A copyright protects original works in tangible form, such as manuscripts, music recordings or computer code, from being used without the owner's permission. Generally, if you want to use all or just a part of a copyrighted work, you must obtain permission from the copyright holder. Failure to do so is copyright infringement, which carries civil and criminal penalties. There is, however, a limited exception known as fair use.
When a person copyrights his work, he gains several exclusive rights. He alone can make copies of his work, distribute or sell those copies, and perform or display his work. He can create derivative works, meaning a subsequent work in some way based on the original, such as turning a book into a movie or creating a sequel to a book or movie. The duration of copyright protection is not indefinite. For all works created after January 1, 1978, the copyright exists for the creator's lifetime plus 70 years from the date of death. Once the copyright expires, a work becomes part of the public domain and can be used by anyone. For example, William Shakespeare's works are in the public domain, and you can produce one of his plays without obtaining permission first.
If you want to use a copyrighted work for any purpose other than "fair use," you need to get the copyright holder's permission. Occasionally, the identity of the copyright holder might not be clear, but in that case, it is still possible to locate the copyright holder by searching records from the U.S. Copyright Office. For copyrights filed after 1978, an online search is available. For older copyrights, a manual search will be required, for which you will pay an hourly fee. Once you have the copyright holder's information, you can contact him for permission to use all or part of his copyrighted work for the purpose you intend.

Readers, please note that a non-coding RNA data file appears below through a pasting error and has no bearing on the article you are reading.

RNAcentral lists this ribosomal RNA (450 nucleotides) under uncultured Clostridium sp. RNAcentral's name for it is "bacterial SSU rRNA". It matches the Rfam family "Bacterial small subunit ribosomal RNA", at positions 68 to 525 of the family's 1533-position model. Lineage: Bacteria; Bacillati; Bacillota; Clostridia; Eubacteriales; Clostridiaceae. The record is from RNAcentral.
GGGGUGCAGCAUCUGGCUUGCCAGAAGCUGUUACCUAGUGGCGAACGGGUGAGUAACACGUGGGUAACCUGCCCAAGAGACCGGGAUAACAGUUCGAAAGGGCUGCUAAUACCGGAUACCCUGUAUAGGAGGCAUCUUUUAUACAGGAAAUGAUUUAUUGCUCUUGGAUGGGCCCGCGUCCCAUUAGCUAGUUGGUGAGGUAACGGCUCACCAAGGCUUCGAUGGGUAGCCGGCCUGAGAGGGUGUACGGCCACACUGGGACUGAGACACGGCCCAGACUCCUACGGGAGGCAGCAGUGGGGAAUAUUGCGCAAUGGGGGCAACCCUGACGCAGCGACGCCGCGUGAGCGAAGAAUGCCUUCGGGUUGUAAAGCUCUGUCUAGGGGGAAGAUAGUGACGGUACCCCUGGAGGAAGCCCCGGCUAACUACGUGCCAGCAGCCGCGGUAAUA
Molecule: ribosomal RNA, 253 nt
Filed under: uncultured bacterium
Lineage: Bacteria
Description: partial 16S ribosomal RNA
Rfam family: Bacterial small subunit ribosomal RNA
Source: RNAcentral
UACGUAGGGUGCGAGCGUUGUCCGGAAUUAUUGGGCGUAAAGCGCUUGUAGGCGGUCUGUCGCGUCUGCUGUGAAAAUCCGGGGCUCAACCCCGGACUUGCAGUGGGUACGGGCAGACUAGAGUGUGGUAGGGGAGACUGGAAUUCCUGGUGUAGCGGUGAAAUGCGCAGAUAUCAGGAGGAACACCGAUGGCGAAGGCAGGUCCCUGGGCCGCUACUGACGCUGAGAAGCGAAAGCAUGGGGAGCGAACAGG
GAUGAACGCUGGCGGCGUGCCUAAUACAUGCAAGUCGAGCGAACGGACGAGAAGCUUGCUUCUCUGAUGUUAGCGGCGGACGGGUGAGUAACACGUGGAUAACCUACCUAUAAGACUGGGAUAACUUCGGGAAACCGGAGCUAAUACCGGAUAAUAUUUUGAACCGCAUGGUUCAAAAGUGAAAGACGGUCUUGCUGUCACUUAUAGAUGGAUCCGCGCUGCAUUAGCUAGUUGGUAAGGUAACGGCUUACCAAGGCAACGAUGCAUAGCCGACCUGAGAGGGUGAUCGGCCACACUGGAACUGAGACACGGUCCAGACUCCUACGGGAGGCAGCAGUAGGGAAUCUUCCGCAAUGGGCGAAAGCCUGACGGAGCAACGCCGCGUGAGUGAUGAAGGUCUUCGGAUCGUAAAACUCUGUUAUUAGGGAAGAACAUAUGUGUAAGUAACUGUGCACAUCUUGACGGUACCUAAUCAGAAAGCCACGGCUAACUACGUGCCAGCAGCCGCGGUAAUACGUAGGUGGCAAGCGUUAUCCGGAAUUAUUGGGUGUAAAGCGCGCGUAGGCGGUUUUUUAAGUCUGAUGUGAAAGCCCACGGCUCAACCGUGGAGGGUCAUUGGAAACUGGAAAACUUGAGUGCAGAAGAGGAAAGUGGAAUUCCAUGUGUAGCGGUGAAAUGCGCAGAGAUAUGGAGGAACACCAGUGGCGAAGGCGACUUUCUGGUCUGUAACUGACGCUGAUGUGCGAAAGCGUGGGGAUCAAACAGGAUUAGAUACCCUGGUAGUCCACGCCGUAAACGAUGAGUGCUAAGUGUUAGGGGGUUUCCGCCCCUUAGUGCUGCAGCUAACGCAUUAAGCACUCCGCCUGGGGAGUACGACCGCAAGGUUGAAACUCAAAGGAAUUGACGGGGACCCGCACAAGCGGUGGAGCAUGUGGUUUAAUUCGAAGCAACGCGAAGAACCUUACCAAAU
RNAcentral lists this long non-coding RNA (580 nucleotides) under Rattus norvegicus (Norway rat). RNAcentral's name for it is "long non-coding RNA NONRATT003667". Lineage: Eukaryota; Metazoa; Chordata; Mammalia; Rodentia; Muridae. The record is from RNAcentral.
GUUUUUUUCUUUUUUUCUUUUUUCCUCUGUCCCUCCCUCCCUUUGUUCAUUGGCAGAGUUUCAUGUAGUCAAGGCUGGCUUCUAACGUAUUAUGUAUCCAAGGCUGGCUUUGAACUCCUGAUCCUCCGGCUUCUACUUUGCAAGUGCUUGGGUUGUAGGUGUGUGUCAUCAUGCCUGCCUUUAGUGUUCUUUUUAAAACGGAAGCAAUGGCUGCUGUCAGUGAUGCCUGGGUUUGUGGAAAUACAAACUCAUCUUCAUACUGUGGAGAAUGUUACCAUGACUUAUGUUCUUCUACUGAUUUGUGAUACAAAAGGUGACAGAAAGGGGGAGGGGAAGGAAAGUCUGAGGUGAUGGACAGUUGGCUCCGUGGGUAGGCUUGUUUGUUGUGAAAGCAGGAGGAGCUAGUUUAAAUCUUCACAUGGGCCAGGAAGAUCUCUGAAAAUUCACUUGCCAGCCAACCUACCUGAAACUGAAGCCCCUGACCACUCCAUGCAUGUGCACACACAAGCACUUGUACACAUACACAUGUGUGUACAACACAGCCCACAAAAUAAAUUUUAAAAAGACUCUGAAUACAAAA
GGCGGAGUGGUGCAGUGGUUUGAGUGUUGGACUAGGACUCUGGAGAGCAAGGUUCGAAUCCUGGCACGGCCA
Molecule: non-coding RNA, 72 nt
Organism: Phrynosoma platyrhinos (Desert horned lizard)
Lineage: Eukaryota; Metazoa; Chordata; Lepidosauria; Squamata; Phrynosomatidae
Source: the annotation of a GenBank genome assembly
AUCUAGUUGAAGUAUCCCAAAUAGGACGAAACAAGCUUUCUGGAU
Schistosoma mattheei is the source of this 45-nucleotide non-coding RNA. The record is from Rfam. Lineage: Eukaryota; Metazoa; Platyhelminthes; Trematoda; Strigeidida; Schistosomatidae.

Fair Use Exception
Sometimes a copyright holder's permission to use a work is not required, under an exception to the copyright law known as the "fair use doctrine." This allows you to use a portion of a copyrighted work for the limited purposes of commentary, criticism, education, research and news reporting. Fair use can be complicated because the law does not define how much copyrighted content can be used without permission. Four factors are considered to determine whether your use qualifies as fair use: the purpose of your use of the copyrighted work, specifically whether it was commercial or not-for-profit; the content of the copyrighted work and how similar it is to your own work; how much of the copyrighted work you used in your work; and whether your use will affect the commercial value of the copyrighted work.
If you are a copyright holder and someone has used your work without permission, you can file a civil suit for copyright infringement. If you can demonstrate the similarity between your copyrighted work and the infringing work, you will be entitled to damages set by statute at $30,000. If you can prove that the infringement was willful and that the person who used your work profited from the infringement, your damages can increase to $150,000. Willful infringement may be reported to a U.S. attorney for further investigation. The infringer can face criminal penalties, including jail time and fines, in addition to any civil damages ordered.